Enjoying your open disdain for this newspaper (if it deserves to be called that). I have for obvious reasons been thinking a lot over the past couple of weeks about the role of increasingly sensationalized (and often outright fake) news that is proliferating online and how it seems to be eroding the quality of public dialogue and political discourse on both sides of the pond. In some ways it feels as if the digital era has spawned a market failure in the news media industry, leading many publications to engage in either a race to the bottom or to see their market share gradually erode. Is there an appropriate policy response to this? Or is it possible for the industry to continue to regulate itself and continue to provide us the appropriate amount of serious journalism alongside cat videos? An optimistic person might point to “millennial” era media outlets like Buzzfeed or Vice, which seem to be attempting to move up the value chain from just clickbait to producing serious (though perhaps more irreverent) journalism as well.
You pointed this out in your article, but it is really interesting that the online version of the Daily Mail seems to have nothing to do with the print version. Most other newspapers, such as the NYTimes, have similar content on their print and online mediums. Perhaps that is why the Daily Mail website has been so successful, since people who read the newspaper will also go online to access totally different content, in addition to drawing in new readers.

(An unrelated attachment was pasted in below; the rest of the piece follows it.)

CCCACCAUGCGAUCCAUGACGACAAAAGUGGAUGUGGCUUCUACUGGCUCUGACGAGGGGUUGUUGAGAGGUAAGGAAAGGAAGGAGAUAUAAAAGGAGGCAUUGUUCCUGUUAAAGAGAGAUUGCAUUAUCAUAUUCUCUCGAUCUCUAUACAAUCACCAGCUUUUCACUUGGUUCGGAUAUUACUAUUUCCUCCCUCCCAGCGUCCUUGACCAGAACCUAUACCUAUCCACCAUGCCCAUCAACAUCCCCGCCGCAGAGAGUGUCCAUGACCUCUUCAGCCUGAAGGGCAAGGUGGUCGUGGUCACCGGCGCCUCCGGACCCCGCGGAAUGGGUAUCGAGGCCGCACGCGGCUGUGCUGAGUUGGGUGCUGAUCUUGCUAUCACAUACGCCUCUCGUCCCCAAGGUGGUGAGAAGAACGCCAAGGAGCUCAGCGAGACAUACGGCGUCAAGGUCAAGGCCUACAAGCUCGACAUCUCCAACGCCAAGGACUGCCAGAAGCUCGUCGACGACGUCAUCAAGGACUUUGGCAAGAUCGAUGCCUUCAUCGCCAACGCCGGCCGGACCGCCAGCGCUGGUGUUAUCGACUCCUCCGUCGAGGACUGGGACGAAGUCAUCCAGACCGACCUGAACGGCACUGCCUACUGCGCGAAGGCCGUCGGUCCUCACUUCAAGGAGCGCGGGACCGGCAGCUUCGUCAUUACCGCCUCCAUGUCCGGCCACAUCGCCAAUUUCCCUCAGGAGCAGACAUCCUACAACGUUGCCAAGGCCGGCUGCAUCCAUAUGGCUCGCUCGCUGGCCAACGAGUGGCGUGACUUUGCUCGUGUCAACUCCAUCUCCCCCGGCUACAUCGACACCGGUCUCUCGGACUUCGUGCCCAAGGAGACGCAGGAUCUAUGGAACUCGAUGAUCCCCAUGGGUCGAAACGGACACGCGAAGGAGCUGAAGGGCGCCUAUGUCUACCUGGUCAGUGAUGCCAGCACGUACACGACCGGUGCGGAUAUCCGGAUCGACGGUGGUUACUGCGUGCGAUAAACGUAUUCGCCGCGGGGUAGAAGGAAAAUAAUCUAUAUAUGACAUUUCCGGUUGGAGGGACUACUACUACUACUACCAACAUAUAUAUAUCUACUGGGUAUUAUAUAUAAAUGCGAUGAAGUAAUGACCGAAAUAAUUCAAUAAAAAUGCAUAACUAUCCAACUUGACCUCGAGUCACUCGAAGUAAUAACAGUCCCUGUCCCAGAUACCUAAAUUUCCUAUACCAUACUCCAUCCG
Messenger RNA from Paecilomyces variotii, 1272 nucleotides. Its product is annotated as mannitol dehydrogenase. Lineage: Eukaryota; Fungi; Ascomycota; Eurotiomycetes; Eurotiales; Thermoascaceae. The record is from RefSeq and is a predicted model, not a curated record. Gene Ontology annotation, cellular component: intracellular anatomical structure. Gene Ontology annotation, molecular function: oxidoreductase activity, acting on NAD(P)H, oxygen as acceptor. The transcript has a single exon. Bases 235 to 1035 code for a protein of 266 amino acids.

A common issue across all newspapers is figuring out how to monetize their websites. I wonder if over time newspapers will be unable to figure out how to monetize without destroying readership, and the industry as a whole will just have to settle with smaller revenues. I think we’re already seeing a bit of this, as newspapers and magazines are doing massive layoffs and bringing in newer, smaller teams of young leaders who are good at digital.
The problems, magazines comparable to Daily Mail are facing, are more serious than the ones, other magazines or even newspapers are facing because of the difference in the target audience.
People, who are reading these kind of news are likely to consume without paying online, so the magazine could lose their audience by installing a paywall, while quality journalism is more likely to be paid by their audience.